EDITORIAL: Common sense lacking in Upper House electoral reform
The revised Public Offices Election Law was enacted on July 28, clearing the way for the implementation of a “plus 10, minus 10” formula to reform the Upper House electoral system. Under this formula for seat redistribution, the Shimane and Tottori constituencies are being merged, as are the Tokushima and Kochi constituencies.
For the first time in the history of Upper House elections, prefectural voting districts are being merged.
Thanks to the legal revision, Japan will at least not commit the folly of going ahead with the Upper House election next summer in disregard of the Supreme Court’s ruling in November 2014 that the 2013 poll in the chamber was held “in a state of unconstitutionality” due to disparity in vote value.
However, the revised law was approved in the Upper House plenary session on July 24 by a narrow margin of 131 to 103. And six Liberal Democratic Party legislators representing the four above-mentioned prefectures walked out before balloting, even though the amendment bill had been under deliberation for nearly two years.
It is fundamental to democratic procedures that the people’s elected representatives deliberate on issues thoroughly, coordinate conflicting opinions and reach a consensus that serves the public interest. And especially when the subject of discussion is the nation’s election system--which forms the basis of representative democracy--whatever decision that is reached must have broad, suprapartisan support.
But what stood out this time was the indolence of the ruling LDP that should have been leading the deliberations. Reacting only haphazardly to developments, the party presented a “plus 6, minus 6” formula that would have resulted in a vote-disparity ratio of more than 4 to 1. The LDP waited until there was only about one year left before the next Upper House election before going along, albeit reluctantly, with the “plus 10, minus 10” formula proposed by four opposition parties, including the Japan Innovation Party.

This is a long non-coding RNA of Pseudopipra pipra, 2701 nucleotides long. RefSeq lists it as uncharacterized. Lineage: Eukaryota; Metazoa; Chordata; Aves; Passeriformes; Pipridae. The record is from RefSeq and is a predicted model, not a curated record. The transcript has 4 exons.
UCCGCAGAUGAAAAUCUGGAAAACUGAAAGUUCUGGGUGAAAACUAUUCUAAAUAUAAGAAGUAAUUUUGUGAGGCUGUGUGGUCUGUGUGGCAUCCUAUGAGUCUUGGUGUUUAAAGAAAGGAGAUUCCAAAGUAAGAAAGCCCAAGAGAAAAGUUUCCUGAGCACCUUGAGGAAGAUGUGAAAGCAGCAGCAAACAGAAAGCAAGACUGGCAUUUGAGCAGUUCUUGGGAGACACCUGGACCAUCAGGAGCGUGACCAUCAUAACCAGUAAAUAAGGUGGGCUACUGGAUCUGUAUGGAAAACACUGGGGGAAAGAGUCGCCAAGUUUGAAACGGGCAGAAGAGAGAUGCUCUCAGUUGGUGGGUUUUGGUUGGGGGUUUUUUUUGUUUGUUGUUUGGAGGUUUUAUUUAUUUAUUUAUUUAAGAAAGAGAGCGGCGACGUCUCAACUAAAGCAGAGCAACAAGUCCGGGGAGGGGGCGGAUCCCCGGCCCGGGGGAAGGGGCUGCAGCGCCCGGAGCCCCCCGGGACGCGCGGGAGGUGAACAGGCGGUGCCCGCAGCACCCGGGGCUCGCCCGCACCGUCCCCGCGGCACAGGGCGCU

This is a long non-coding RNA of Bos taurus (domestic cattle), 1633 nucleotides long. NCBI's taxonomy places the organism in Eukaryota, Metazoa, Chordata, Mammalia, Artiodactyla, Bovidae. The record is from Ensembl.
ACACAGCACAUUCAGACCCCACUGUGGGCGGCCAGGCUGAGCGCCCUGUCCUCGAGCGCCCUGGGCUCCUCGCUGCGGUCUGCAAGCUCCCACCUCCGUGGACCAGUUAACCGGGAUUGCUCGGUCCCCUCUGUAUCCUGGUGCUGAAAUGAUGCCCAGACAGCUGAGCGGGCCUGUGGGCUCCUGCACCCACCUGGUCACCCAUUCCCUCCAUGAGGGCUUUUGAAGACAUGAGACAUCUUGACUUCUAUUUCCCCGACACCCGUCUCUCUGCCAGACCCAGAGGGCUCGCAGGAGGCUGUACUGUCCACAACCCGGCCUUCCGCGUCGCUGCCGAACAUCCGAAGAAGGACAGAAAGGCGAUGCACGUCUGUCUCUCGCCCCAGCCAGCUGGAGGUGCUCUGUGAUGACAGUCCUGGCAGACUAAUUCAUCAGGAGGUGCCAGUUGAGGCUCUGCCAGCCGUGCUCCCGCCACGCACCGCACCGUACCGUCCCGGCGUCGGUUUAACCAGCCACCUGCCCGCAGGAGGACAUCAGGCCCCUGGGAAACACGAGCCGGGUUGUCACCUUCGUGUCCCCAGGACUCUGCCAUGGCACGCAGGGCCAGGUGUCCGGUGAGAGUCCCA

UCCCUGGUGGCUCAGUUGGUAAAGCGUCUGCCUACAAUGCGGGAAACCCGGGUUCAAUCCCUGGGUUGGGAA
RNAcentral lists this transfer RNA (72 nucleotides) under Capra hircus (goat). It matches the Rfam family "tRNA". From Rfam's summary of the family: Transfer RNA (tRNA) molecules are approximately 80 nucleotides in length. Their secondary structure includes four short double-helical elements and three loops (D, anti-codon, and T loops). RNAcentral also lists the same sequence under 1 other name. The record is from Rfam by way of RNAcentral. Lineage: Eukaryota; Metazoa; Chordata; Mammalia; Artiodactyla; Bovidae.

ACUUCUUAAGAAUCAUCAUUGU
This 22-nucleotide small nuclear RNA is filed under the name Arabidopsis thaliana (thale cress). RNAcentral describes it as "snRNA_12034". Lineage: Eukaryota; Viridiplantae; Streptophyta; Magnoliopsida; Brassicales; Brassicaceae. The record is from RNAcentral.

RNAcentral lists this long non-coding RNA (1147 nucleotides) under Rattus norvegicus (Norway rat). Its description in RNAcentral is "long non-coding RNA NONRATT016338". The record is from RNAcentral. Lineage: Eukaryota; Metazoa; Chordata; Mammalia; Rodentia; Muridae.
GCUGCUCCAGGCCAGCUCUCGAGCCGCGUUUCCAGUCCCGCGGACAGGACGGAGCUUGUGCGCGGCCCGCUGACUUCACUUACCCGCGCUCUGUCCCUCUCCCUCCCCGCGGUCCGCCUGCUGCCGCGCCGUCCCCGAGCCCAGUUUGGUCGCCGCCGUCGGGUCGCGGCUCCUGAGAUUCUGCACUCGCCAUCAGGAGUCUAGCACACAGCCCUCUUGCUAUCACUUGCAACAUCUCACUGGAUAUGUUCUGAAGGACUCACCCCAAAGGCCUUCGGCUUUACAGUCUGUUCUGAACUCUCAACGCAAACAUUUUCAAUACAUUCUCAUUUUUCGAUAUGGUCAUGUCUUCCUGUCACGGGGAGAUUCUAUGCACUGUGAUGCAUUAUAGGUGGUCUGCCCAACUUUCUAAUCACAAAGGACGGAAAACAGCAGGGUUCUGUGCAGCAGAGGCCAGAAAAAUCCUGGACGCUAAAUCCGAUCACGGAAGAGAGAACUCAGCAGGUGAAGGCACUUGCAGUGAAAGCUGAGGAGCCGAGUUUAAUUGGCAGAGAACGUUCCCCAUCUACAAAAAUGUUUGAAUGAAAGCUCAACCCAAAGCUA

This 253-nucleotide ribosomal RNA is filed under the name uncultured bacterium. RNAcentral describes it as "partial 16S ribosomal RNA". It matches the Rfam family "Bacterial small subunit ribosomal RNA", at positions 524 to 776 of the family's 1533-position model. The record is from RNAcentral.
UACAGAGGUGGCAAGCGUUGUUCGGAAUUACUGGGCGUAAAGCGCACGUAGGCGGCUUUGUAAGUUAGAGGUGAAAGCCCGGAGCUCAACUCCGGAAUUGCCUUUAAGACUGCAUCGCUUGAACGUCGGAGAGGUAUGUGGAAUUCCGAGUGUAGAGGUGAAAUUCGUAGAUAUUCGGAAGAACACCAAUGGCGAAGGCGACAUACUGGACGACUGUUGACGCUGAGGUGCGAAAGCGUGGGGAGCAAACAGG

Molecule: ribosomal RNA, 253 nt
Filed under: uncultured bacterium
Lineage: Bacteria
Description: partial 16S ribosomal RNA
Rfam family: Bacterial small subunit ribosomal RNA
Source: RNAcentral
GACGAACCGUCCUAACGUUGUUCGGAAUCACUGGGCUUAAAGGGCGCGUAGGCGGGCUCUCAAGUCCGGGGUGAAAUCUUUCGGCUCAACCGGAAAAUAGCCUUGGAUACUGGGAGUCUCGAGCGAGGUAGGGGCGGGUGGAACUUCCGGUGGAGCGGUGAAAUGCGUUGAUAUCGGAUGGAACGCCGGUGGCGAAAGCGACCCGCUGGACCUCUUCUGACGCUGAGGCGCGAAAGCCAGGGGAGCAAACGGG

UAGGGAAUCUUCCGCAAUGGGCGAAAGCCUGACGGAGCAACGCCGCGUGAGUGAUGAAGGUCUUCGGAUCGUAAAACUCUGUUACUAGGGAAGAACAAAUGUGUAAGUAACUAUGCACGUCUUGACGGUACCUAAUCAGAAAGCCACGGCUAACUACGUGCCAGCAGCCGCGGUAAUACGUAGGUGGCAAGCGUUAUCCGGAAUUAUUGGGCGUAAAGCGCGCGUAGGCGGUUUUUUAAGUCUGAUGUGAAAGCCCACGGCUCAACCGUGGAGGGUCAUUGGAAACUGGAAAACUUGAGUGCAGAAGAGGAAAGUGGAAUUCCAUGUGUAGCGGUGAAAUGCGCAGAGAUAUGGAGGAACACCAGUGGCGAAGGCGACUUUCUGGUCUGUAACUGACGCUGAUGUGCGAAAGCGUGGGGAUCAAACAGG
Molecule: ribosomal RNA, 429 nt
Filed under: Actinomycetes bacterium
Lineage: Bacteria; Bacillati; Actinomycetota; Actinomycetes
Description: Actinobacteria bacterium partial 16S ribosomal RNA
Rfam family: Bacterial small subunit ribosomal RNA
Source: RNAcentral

But even with this formula, the maximum vote-disparity ratio is 2.97 to 1. The grave question remains as to whether this really meets the constitutional requirement that all ballots be equal in value.
Komeito, the LDP’s junior coalition partner, co-sponsored with the opposition Democratic Party of Japan and others a bill calling for the creation of “10 merged constituencies.” With a vote-disparity ratio of 1.95 to 1 at most, this was obviously a better choice than the “plus 10, minus 10” formula in terms of reducing the vote-disparity ratio. But even though the Komeito-DPJ formula should be used at least for the Upper House election next summer, it was hardly discussed in the Diet.
In short, we, the sovereign people, were not even given a chance to get to know and think about this alternative. We were simply forced to accept the Diet’s decision.
The revised Public Offices Election Law comes with this supplementary provision: “Studies shall continue to fundamentally review the election system, and a conclusion shall be reached at all costs.” But except for the expression “at all costs,” this provision is merely a rehash of the supplementary provision that was attached to the election law revised three years ago, when the current election system was adopted under a “plus 4, minus 4” formula.
Whether the merging of constituencies is the best solution is subject to debate. Assuming Japan’s population will continue to shrink and people will keep moving to the big cities, the electoral map will have to be redrawn time and again, necessitating a series of stopgap mergers.
Is that really what this nation needs? To answer this question, we must discuss the fundamental question: What is the role of the Upper House?
But through all these years, Upper House members have failed to answer the question every time, and merely resorted to stopgap measures. When will those legislators ever realize how much they have damaged their own credibility and the image of the Upper House as “the seat of common sense and decency”?